My name is Therese Humphrey Ball and I am from Chicago, Illinois. Caring for patients was my life’s work as a registered nurse. Throughout my nursing career, I moved throughout the country. And while I’d seen my patients struggle with drug prices, I began to see the issue firsthand in my own life when I was diagnosed with multiple sclerosis in 2003.
When I was first prescribed Copaxone for my MS, it cost me $1,800 a month and wiped out my savings. By the grace of God, I received grants every year for my medications from 2012 to 2016. Without the grants, I would be in the Medicare donut hole after just one month. When I was unable to get a grant in 2017, the same medication cost $6,000 a month and forced me to go off of it entirely for three months. I also went off my pancreas enzymes for 6 months, all because the cost was too high.
While off my medication, I began having difficulty with my cognitive function. I felt so frustrated as I developed these cognitive difficulties. I work really hard to keep my life in order and my memory intact even with MS. It was devastating. The prohibitive price of my prescription is the reason for these problems. If my Copaxone were affordable, it wouldn’t have been easy, but I would’ve been able to keep fighting to keep my life in order and protect my memory. The high price of my medication took that power away from me. I was left dejected, unable to get the care I needed, and powerless against my condition. Because of the drug companies’ greed, I lost something so valuable –– and I’m not the only one.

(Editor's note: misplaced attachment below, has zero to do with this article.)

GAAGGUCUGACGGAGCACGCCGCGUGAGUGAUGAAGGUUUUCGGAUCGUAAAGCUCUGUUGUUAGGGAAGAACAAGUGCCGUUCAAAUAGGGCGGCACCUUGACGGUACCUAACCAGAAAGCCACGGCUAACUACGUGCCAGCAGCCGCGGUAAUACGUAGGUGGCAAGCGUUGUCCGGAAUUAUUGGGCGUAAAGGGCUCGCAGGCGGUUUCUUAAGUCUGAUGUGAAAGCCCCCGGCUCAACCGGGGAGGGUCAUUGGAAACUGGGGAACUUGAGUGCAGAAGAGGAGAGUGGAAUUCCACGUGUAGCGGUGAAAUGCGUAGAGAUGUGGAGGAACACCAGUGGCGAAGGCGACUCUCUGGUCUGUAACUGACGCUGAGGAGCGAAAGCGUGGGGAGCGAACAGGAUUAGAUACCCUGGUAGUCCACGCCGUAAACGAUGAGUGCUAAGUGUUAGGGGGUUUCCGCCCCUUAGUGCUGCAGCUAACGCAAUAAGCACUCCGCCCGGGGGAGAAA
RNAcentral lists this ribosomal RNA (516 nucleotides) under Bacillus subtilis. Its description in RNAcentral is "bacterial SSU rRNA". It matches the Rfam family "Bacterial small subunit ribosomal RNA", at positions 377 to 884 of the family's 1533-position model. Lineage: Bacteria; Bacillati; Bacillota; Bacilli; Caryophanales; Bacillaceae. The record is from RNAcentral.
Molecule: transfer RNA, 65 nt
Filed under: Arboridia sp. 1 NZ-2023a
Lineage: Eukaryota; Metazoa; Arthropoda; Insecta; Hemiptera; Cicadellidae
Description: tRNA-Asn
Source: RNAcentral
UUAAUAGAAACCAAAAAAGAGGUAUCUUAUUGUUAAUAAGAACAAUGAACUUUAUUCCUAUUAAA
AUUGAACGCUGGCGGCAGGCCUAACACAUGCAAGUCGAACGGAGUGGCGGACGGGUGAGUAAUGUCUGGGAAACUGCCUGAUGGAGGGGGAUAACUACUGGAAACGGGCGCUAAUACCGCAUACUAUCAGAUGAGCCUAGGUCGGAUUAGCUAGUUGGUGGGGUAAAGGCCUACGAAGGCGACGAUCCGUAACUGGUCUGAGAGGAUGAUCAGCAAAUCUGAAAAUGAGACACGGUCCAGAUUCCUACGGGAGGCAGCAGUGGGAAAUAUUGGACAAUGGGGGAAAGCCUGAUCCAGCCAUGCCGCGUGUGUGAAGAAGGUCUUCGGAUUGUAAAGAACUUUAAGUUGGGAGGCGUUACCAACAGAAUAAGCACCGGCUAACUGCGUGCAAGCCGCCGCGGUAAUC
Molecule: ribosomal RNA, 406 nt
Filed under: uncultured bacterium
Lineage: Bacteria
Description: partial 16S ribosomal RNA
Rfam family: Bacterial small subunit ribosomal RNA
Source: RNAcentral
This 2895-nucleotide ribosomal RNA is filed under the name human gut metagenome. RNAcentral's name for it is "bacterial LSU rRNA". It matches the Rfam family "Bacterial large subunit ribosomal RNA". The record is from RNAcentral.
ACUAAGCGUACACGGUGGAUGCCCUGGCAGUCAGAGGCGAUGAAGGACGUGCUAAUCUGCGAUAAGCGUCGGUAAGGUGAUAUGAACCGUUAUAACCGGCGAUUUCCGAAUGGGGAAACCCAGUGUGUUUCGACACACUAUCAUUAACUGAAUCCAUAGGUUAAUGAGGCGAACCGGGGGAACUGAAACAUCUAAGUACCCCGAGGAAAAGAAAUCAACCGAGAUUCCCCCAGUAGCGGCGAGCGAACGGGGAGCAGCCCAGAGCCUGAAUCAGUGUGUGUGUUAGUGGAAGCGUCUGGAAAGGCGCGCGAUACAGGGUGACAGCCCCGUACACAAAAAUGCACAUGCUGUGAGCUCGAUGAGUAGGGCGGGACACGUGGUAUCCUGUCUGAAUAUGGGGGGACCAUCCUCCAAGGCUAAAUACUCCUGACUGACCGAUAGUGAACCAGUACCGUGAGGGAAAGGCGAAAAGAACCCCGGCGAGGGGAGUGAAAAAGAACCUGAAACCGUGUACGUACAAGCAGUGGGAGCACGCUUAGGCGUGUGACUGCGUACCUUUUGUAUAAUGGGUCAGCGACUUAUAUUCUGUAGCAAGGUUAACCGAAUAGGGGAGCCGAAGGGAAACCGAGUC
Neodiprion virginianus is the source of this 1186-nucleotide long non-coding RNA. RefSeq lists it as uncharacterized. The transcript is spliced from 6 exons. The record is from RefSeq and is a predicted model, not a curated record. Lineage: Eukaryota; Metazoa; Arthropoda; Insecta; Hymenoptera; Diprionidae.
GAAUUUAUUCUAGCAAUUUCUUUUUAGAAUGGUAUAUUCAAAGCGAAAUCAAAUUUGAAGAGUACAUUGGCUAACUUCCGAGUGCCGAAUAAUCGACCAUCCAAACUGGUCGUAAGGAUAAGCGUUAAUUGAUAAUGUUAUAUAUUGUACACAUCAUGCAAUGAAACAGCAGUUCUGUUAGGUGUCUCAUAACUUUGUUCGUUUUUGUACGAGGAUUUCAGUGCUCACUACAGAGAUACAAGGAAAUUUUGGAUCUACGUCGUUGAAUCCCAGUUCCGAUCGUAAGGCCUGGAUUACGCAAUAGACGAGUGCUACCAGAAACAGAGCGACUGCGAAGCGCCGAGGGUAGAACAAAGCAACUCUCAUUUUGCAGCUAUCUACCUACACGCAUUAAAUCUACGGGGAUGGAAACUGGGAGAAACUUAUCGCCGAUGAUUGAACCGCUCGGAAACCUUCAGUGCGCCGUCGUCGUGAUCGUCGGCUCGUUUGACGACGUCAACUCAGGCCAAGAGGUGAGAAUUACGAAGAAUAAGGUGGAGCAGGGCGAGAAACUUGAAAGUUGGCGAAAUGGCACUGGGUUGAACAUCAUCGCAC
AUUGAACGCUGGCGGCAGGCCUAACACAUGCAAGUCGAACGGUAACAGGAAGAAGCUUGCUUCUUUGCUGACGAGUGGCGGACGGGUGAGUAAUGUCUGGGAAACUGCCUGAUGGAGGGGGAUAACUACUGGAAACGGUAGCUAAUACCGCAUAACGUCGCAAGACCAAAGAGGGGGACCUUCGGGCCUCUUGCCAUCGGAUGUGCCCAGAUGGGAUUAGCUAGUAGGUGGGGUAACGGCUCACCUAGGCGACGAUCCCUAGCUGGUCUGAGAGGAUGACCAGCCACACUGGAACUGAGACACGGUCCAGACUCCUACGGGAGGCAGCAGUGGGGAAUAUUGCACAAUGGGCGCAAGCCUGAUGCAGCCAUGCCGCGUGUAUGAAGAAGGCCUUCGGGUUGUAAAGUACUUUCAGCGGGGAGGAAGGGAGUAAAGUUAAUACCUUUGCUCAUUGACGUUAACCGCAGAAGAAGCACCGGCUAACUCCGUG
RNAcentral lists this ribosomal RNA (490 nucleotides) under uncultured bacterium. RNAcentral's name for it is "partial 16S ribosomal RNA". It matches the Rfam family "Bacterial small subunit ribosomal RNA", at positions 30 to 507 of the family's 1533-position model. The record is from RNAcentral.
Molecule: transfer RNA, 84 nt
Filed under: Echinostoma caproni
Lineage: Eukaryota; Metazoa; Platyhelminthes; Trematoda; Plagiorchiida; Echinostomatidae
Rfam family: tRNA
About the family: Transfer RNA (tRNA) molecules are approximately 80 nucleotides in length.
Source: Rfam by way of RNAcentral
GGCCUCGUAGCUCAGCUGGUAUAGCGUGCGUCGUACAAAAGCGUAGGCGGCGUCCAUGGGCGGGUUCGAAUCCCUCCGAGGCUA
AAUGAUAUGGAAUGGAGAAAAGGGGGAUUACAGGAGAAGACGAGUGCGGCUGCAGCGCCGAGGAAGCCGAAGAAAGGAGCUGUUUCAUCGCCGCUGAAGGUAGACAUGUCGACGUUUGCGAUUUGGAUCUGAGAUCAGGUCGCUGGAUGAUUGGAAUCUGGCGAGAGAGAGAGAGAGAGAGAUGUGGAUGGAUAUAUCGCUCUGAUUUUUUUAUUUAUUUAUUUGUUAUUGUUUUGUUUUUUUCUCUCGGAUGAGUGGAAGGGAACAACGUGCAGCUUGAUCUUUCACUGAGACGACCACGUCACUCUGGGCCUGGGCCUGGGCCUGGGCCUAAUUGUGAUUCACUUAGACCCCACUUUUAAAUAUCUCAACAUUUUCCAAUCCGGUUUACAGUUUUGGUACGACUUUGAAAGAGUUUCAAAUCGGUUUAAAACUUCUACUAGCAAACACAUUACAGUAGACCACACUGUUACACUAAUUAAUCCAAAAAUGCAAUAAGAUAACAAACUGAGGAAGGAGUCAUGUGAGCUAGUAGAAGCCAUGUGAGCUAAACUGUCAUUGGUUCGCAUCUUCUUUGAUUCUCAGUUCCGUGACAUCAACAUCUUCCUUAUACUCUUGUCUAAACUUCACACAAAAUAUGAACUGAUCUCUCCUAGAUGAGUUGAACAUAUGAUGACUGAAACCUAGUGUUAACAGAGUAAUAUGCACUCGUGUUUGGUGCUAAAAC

I have three grown kids and eight grandchildren who are always there for me. They say to me “Gran don’t worry, when you can’t walk, I’m just going to carry you.” But they shouldn’t have to care for me early because I cannot afford my medications. My condition shouldn’t progress faster only because drug companies want to make a few extra bucks. When someone can’t afford their prescriptions, it doesn’t just affect their life, but also their family’s lives too.
I shouldn’t have to spend all my savings just to afford the medication I need. Pharmaceutical companies will clearly always prioritize profits over the health of patients. Our government needs to act to protect me and the millions of other patients like me who go without their medications because of the high price tag. I hope our elected officials will care more about families like mine than they do about pharmaceutical companies’ profit lines.